“It’s very stark,” Scott Walker says of his music in a 2006 interview for the documentary 30 Century Man. “As I go on, things get starker.”
Did they ever. It’s hard to think of a popular, or once-popular, musician whose work transformed more completely, or fascinatingly, than Scott Walker’s did during the course of his career. Starting out crooning big, dramatic pop ballads with the Walker Brothers — “Walker” was none of the three members’ actual last name; Scott was born Noel Scott Engel — he gradually moved toward a kind of musical no man’s land. By the time of his 1995 solo album, Tilt, Walker — who died today at age 76 — was creating some of the lushest yet most unsettling music on earth: songs that seemed to take the orchestral palette and velvety baritone of his Walker Brothers days and repurpose them in the name of pure disorientation and terror.
“I have a very nightmarish imagination — I’ve had very bad dreams all my life, and things — so everything in my world is big,” he explains in the clip above, which dates from the period of Tilt’s 2006 follow-up, The Drift.
The video also includes rare studio footage of Walker working with producer Peter Walsh in London. For anyone who heard Tilt, it would probably come as no surprise that Walker’s work would eventually reach a point where conventional instruments just wouldn’t cut it. We see his engineers constructing a plywood box in a sound booth and slamming a brick on it to get just the right percussive thud. And, incredibly, we also get to watch Walker telling a man how to punch a large piece of meat — maybe a slab of fatty bacon? — to produce the exact smacking sound he’s in search of to augment the track “Clara.”
“You’re gonna have to give it more like, ‘uh-uh,'” he says, mimicking the cadence he’s after. “You know what I mean? ‘Cause if you wait too long between punches… Not that it’s too fast, but it’s got to be more varied.”
For a lesser talent, such measures would seem ridiculous, if not outright insane. But as weird as it got, Walker’s later work always sounded coherent, not to mention extremely specific. See The Drift’s “Jesse,” inspired by Elvis Presley’s stillborn twin and containing lines like “Six feet of foetus/Flung at sparrows in the sky,” which Walker croons over a dread-inducing soundscape featuring whispers of the word “pow,” masses of dissonant strings and eerie fragments of guitar. It wasn’t for everybody, but unlike his Walker Brothers singles, it wasn’t remotely meant to be.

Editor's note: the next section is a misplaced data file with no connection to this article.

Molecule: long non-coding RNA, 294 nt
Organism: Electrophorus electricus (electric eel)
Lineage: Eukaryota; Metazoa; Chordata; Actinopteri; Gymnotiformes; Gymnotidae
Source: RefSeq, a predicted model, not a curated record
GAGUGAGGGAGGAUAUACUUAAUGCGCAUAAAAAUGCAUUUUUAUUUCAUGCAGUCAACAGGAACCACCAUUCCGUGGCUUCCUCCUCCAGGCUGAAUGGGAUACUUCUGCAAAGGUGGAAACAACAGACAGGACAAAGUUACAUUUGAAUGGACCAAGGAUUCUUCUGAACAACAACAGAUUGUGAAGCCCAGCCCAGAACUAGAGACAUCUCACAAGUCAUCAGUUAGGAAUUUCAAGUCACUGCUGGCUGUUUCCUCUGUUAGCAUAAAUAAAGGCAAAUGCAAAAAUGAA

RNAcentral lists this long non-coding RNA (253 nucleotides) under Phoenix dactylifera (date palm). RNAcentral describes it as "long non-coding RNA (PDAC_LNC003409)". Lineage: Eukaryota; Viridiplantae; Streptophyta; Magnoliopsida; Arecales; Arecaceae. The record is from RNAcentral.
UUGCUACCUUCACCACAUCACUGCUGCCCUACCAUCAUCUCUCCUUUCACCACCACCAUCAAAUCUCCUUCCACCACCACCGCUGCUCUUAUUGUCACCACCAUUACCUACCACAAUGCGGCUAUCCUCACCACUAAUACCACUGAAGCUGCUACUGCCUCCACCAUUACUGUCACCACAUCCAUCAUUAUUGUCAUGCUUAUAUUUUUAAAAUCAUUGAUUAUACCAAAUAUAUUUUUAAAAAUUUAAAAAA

“We’ve reached a point now where we’re pretty well set in the noise that is our own and that people identify with, and like Beckett did, we just keep honing things and honing things down,” he says in the clip. “For instance … there is no real arrangement; in point, there are big blocks of sound. And that started to happen in Tilt, with the big organ that we used. There are big blocks of noise and no attempt at any glamorizing arrangements, or anything like that.”
Walker’s devotion to his own singular muse won him a devoted cult of fans, some of them famous and highly respected musicians, from David Bowie to Sunn O))), his collaborators on an acclaimed 2014 album. At the end of the clip, we see Brian Eno speaking about what made Walker’s achievement unique.
“He really should be, as far as I’m concerned, recognized as one of our, not only great composers, but great poets as well,” Eno says. “His lyrics are absolutely peerless, I think. And it’s very surprising to me that he’s regarded as a slightly marginal figure. He isn’t very prolific but the quality of the work is absolutely extraordinary.”